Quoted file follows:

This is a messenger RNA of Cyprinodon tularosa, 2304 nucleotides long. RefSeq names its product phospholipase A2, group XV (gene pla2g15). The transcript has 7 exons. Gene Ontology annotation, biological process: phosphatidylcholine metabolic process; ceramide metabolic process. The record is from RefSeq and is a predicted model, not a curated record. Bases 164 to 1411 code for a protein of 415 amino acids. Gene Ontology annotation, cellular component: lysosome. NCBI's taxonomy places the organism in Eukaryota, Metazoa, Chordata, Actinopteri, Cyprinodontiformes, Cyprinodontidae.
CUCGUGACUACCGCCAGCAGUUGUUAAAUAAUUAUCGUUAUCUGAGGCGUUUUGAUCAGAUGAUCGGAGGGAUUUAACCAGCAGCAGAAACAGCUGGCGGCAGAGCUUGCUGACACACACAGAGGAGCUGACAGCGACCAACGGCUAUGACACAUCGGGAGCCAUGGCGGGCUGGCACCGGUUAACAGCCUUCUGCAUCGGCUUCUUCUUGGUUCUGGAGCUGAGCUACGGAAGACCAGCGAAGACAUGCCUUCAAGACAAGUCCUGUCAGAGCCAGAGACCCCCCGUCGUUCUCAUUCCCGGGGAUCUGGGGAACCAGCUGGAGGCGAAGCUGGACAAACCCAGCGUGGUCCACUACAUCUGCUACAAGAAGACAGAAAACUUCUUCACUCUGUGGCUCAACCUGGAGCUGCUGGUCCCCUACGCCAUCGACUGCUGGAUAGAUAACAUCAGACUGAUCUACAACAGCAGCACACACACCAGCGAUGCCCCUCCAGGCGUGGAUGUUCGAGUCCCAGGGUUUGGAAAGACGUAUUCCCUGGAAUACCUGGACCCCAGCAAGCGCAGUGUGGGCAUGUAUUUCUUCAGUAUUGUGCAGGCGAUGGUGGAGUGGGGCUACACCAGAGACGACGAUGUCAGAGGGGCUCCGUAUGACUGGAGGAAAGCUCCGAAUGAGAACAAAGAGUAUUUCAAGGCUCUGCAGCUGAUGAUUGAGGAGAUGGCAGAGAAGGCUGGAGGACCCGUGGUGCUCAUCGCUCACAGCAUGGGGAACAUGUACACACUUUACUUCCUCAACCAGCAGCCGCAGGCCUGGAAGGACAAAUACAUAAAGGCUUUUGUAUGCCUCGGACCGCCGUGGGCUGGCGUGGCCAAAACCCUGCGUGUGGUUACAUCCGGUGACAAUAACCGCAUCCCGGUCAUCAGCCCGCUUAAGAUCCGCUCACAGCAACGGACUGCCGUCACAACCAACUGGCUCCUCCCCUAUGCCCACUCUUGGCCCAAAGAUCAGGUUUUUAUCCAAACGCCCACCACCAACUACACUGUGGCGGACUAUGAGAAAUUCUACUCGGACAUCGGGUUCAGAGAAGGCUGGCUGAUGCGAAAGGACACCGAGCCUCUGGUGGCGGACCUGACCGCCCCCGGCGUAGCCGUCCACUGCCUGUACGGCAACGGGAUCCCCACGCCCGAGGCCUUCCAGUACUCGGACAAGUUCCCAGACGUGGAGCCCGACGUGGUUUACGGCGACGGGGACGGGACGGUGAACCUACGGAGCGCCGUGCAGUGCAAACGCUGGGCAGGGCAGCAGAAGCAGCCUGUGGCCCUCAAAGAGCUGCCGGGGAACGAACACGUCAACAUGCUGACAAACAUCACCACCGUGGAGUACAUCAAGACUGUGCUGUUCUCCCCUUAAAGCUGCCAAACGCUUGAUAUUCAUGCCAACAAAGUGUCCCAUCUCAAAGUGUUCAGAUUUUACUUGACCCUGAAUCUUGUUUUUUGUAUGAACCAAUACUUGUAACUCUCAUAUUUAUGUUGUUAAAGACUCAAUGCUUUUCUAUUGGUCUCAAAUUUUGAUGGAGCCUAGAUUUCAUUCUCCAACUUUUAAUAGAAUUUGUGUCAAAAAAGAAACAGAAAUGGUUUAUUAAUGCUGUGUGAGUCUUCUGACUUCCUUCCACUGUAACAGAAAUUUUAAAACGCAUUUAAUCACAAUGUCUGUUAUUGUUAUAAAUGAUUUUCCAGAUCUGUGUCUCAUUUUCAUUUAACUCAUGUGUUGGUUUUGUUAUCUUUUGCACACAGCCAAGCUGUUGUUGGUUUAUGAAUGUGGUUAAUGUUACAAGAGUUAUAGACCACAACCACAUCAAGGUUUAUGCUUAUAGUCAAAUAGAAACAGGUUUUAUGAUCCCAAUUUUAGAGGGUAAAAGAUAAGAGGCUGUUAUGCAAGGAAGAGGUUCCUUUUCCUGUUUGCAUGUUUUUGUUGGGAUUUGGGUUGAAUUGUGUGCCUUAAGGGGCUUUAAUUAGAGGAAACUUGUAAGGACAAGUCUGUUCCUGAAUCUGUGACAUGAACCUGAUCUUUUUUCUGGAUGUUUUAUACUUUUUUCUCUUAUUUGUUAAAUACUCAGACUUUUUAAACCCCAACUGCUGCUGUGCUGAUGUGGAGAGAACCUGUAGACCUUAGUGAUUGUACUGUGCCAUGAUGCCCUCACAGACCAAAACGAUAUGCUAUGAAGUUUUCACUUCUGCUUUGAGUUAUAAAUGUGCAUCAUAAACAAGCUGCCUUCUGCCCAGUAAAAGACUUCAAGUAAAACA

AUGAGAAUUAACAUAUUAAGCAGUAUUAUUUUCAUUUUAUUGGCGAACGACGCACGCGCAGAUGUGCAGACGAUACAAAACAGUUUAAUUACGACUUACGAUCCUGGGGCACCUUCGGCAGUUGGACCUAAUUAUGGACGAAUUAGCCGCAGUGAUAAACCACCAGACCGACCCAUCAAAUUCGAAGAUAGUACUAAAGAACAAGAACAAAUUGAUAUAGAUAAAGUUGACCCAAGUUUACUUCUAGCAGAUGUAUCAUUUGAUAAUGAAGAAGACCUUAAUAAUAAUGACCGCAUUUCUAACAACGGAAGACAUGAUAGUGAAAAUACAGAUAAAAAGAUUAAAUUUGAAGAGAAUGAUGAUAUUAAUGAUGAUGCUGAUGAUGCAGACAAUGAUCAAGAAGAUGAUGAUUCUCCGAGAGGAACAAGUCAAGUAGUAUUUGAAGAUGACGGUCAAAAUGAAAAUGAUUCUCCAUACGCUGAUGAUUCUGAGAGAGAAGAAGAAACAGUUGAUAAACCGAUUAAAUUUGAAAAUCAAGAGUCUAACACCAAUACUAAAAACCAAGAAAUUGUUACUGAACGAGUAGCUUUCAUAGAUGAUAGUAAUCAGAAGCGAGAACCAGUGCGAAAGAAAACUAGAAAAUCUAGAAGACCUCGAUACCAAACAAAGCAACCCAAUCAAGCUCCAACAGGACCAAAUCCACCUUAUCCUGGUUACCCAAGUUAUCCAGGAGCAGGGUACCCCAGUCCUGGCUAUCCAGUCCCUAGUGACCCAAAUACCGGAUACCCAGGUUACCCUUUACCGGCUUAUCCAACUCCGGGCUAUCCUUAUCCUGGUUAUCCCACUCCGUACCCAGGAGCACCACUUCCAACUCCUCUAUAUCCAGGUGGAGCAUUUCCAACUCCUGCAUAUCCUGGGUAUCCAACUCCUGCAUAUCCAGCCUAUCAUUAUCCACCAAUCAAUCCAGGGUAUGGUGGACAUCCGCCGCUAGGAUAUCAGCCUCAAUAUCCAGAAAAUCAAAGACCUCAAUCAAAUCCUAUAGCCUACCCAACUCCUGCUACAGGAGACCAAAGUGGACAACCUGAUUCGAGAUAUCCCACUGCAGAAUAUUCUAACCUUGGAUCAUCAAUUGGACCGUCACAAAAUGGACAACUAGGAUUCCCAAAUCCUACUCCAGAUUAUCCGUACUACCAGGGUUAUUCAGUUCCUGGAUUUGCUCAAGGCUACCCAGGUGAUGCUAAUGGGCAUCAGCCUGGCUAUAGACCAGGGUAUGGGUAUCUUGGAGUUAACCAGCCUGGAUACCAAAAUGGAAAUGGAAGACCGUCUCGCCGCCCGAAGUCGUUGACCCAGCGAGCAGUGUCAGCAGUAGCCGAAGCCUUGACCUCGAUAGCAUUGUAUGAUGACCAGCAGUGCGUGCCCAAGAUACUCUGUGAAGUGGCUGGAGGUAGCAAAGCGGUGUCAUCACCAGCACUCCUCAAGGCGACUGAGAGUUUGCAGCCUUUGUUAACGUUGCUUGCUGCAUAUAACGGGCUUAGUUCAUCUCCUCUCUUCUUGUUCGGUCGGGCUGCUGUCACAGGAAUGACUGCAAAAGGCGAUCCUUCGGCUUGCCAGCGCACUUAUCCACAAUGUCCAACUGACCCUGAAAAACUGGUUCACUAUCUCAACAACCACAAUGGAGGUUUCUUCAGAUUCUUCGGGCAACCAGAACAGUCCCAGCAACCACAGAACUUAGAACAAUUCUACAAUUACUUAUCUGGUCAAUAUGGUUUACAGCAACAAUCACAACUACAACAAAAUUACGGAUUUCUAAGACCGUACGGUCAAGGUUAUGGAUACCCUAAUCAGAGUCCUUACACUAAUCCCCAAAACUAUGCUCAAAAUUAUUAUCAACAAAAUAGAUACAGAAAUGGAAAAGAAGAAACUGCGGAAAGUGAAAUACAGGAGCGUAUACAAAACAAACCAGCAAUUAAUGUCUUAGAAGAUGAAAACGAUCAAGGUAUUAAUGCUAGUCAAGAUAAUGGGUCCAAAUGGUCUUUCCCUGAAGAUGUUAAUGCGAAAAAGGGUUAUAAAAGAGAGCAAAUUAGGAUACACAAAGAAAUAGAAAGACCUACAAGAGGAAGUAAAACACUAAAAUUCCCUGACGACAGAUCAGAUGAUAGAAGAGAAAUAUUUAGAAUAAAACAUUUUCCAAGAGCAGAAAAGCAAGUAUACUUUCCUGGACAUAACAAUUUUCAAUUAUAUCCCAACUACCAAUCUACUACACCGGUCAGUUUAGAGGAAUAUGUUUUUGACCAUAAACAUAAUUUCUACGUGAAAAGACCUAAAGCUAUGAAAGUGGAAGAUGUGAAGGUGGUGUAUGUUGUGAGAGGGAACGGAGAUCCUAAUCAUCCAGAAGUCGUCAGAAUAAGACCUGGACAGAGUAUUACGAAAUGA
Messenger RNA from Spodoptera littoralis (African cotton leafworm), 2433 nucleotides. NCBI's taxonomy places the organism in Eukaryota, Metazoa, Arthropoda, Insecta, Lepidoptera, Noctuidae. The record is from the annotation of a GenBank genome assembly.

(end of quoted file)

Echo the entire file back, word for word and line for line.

This is a messenger RNA of Cyprinodon tularosa, 2304 nucleotides long. RefSeq names its product phospholipase A2, group XV (gene pla2g15). The transcript has 7 exons. Gene Ontology annotation, biological process: phosphatidylcholine metabolic process; ceramide metabolic process. The record is from RefSeq and is a predicted model, not a curated record. Bases 164 to 1411 code for a protein of 415 amino acids. Gene Ontology annotation, cellular component: lysosome. NCBI's taxonomy places the organism in Eukaryota, Metazoa, Chordata, Actinopteri, Cyprinodontiformes, Cyprinodontidae.
CUCGUGACUACCGCCAGCAGUUGUUAAAUAAUUAUCGUUAUCUGAGGCGUUUUGAUCAGAUGAUCGGAGGGAUUUAACCAGCAGCAGAAACAGCUGGCGGCAGAGCUUGCUGACACACACAGAGGAGCUGACAGCGACCAACGGCUAUGACACAUCGGGAGCCAUGGCGGGCUGGCACCGGUUAACAGCCUUCUGCAUCGGCUUCUUCUUGGUUCUGGAGCUGAGCUACGGAAGACCAGCGAAGACAUGCCUUCAAGACAAGUCCUGUCAGAGCCAGAGACCCCCCGUCGUUCUCAUUCCCGGGGAUCUGGGGAACCAGCUGGAGGCGAAGCUGGACAAACCCAGCGUGGUCCACUACAUCUGCUACAAGAAGACAGAAAACUUCUUCACUCUGUGGCUCAACCUGGAGCUGCUGGUCCCCUACGCCAUCGACUGCUGGAUAGAUAACAUCAGACUGAUCUACAACAGCAGCACACACACCAGCGAUGCCCCUCCAGGCGUGGAUGUUCGAGUCCCAGGGUUUGGAAAGACGUAUUCCCUGGAAUACCUGGACCCCAGCAAGCGCAGUGUGGGCAUGUAUUUCUUCAGUAUUGUGCAGGCGAUGGUGGAGUGGGGCUACACCAGAGACGACGAUGUCAGAGGGGCUCCGUAUGACUGGAGGAAAGCUCCGAAUGAGAACAAAGAGUAUUUCAAGGCUCUGCAGCUGAUGAUUGAGGAGAUGGCAGAGAAGGCUGGAGGACCCGUGGUGCUCAUCGCUCACAGCAUGGGGAACAUGUACACACUUUACUUCCUCAACCAGCAGCCGCAGGCCUGGAAGGACAAAUACAUAAAGGCUUUUGUAUGCCUCGGACCGCCGUGGGCUGGCGUGGCCAAAACCCUGCGUGUGGUUACAUCCGGUGACAAUAACCGCAUCCCGGUCAUCAGCCCGCUUAAGAUCCGCUCACAGCAACGGACUGCCGUCACAACCAACUGGCUCCUCCCCUAUGCCCACUCUUGGCCCAAAGAUCAGGUUUUUAUCCAAACGCCCACCACCAACUACACUGUGGCGGACUAUGAGAAAUUCUACUCGGACAUCGGGUUCAGAGAAGGCUGGCUGAUGCGAAAGGACACCGAGCCUCUGGUGGCGGACCUGACCGCCCCCGGCGUAGCCGUCCACUGCCUGUACGGCAACGGGAUCCCCACGCCCGAGGCCUUCCAGUACUCGGACAAGUUCCCAGACGUGGAGCCCGACGUGGUUUACGGCGACGGGGACGGGACGGUGAACCUACGGAGCGCCGUGCAGUGCAAACGCUGGGCAGGGCAGCAGAAGCAGCCUGUGGCCCUCAAAGAGCUGCCGGGGAACGAACACGUCAACAUGCUGACAAACAUCACCACCGUGGAGUACAUCAAGACUGUGCUGUUCUCCCCUUAAAGCUGCCAAACGCUUGAUAUUCAUGCCAACAAAGUGUCCCAUCUCAAAGUGUUCAGAUUUUACUUGACCCUGAAUCUUGUUUUUUGUAUGAACCAAUACUUGUAACUCUCAUAUUUAUGUUGUUAAAGACUCAAUGCUUUUCUAUUGGUCUCAAAUUUUGAUGGAGCCUAGAUUUCAUUCUCCAACUUUUAAUAGAAUUUGUGUCAAAAAAGAAACAGAAAUGGUUUAUUAAUGCUGUGUGAGUCUUCUGACUUCCUUCCACUGUAACAGAAAUUUUAAAACGCAUUUAAUCACAAUGUCUGUUAUUGUUAUAAAUGAUUUUCCAGAUCUGUGUCUCAUUUUCAUUUAACUCAUGUGUUGGUUUUGUUAUCUUUUGCACACAGCCAAGCUGUUGUUGGUUUAUGAAUGUGGUUAAUGUUACAAGAGUUAUAGACCACAACCACAUCAAGGUUUAUGCUUAUAGUCAAAUAGAAACAGGUUUUAUGAUCCCAAUUUUAGAGGGUAAAAGAUAAGAGGCUGUUAUGCAAGGAAGAGGUUCCUUUUCCUGUUUGCAUGUUUUUGUUGGGAUUUGGGUUGAAUUGUGUGCCUUAAGGGGCUUUAAUUAGAGGAAACUUGUAAGGACAAGUCUGUUCCUGAAUCUGUGACAUGAACCUGAUCUUUUUUCUGGAUGUUUUAUACUUUUUUCUCUUAUUUGUUAAAUACUCAGACUUUUUAAACCCCAACUGCUGCUGUGCUGAUGUGGAGAGAACCUGUAGACCUUAGUGAUUGUACUGUGCCAUGAUGCCCUCACAGACCAAAACGAUAUGCUAUGAAGUUUUCACUUCUGCUUUGAGUUAUAAAUGUGCAUCAUAAACAAGCUGCCUUCUGCCCAGUAAAAGACUUCAAGUAAAACA

AUGAGAAUUAACAUAUUAAGCAGUAUUAUUUUCAUUUUAUUGGCGAACGACGCACGCGCAGAUGUGCAGACGAUACAAAACAGUUUAAUUACGACUUACGAUCCUGGGGCACCUUCGGCAGUUGGACCUAAUUAUGGACGAAUUAGCCGCAGUGAUAAACCACCAGACCGACCCAUCAAAUUCGAAGAUAGUACUAAAGAACAAGAACAAAUUGAUAUAGAUAAAGUUGACCCAAGUUUACUUCUAGCAGAUGUAUCAUUUGAUAAUGAAGAAGACCUUAAUAAUAAUGACCGCAUUUCUAACAACGGAAGACAUGAUAGUGAAAAUACAGAUAAAAAGAUUAAAUUUGAAGAGAAUGAUGAUAUUAAUGAUGAUGCUGAUGAUGCAGACAAUGAUCAAGAAGAUGAUGAUUCUCCGAGAGGAACAAGUCAAGUAGUAUUUGAAGAUGACGGUCAAAAUGAAAAUGAUUCUCCAUACGCUGAUGAUUCUGAGAGAGAAGAAGAAACAGUUGAUAAACCGAUUAAAUUUGAAAAUCAAGAGUCUAACACCAAUACUAAAAACCAAGAAAUUGUUACUGAACGAGUAGCUUUCAUAGAUGAUAGUAAUCAGAAGCGAGAACCAGUGCGAAAGAAAACUAGAAAAUCUAGAAGACCUCGAUACCAAACAAAGCAACCCAAUCAAGCUCCAACAGGACCAAAUCCACCUUAUCCUGGUUACCCAAGUUAUCCAGGAGCAGGGUACCCCAGUCCUGGCUAUCCAGUCCCUAGUGACCCAAAUACCGGAUACCCAGGUUACCCUUUACCGGCUUAUCCAACUCCGGGCUAUCCUUAUCCUGGUUAUCCCACUCCGUACCCAGGAGCACCACUUCCAACUCCUCUAUAUCCAGGUGGAGCAUUUCCAACUCCUGCAUAUCCUGGGUAUCCAACUCCUGCAUAUCCAGCCUAUCAUUAUCCACCAAUCAAUCCAGGGUAUGGUGGACAUCCGCCGCUAGGAUAUCAGCCUCAAUAUCCAGAAAAUCAAAGACCUCAAUCAAAUCCUAUAGCCUACCCAACUCCUGCUACAGGAGACCAAAGUGGACAACCUGAUUCGAGAUAUCCCACUGCAGAAUAUUCUAACCUUGGAUCAUCAAUUGGACCGUCACAAAAUGGACAACUAGGAUUCCCAAAUCCUACUCCAGAUUAUCCGUACUACCAGGGUUAUUCAGUUCCUGGAUUUGCUCAAGGCUACCCAGGUGAUGCUAAUGGGCAUCAGCCUGGCUAUAGACCAGGGUAUGGGUAUCUUGGAGUUAACCAGCCUGGAUACCAAAAUGGAAAUGGAAGACCGUCUCGCCGCCCGAAGUCGUUGACCCAGCGAGCAGUGUCAGCAGUAGCCGAAGCCUUGACCUCGAUAGCAUUGUAUGAUGACCAGCAGUGCGUGCCCAAGAUACUCUGUGAAGUGGCUGGAGGUAGCAAAGCGGUGUCAUCACCAGCACUCCUCAAGGCGACUGAGAGUUUGCAGCCUUUGUUAACGUUGCUUGCUGCAUAUAACGGGCUUAGUUCAUCUCCUCUCUUCUUGUUCGGUCGGGCUGCUGUCACAGGAAUGACUGCAAAAGGCGAUCCUUCGGCUUGCCAGCGCACUUAUCCACAAUGUCCAACUGACCCUGAAAAACUGGUUCACUAUCUCAACAACCACAAUGGAGGUUUCUUCAGAUUCUUCGGGCAACCAGAACAGUCCCAGCAACCACAGAACUUAGAACAAUUCUACAAUUACUUAUCUGGUCAAUAUGGUUUACAGCAACAAUCACAACUACAACAAAAUUACGGAUUUCUAAGACCGUACGGUCAAGGUUAUGGAUACCCUAAUCAGAGUCCUUACACUAAUCCCCAAAACUAUGCUCAAAAUUAUUAUCAACAAAAUAGAUACAGAAAUGGAAAAGAAGAAACUGCGGAAAGUGAAAUACAGGAGCGUAUACAAAACAAACCAGCAAUUAAUGUCUUAGAAGAUGAAAACGAUCAAGGUAUUAAUGCUAGUCAAGAUAAUGGGUCCAAAUGGUCUUUCCCUGAAGAUGUUAAUGCGAAAAAGGGUUAUAAAAGAGAGCAAAUUAGGAUACACAAAGAAAUAGAAAGACCUACAAGAGGAAGUAAAACACUAAAAUUCCCUGACGACAGAUCAGAUGAUAGAAGAGAAAUAUUUAGAAUAAAACAUUUUCCAAGAGCAGAAAAGCAAGUAUACUUUCCUGGACAUAACAAUUUUCAAUUAUAUCCCAACUACCAAUCUACUACACCGGUCAGUUUAGAGGAAUAUGUUUUUGACCAUAAACAUAAUUUCUACGUGAAAAGACCUAAAGCUAUGAAAGUGGAAGAUGUGAAGGUGGUGUAUGUUGUGAGAGGGAACGGAGAUCCUAAUCAUCCAGAAGUCGUCAGAAUAAGACCUGGACAGAGUAUUACGAAAUGA
Messenger RNA from Spodoptera littoralis (African cotton leafworm), 2433 nucleotides. NCBI's taxonomy places the organism in Eukaryota, Metazoa, Arthropoda, Insecta, Lepidoptera, Noctuidae. The record is from the annotation of a GenBank genome assembly.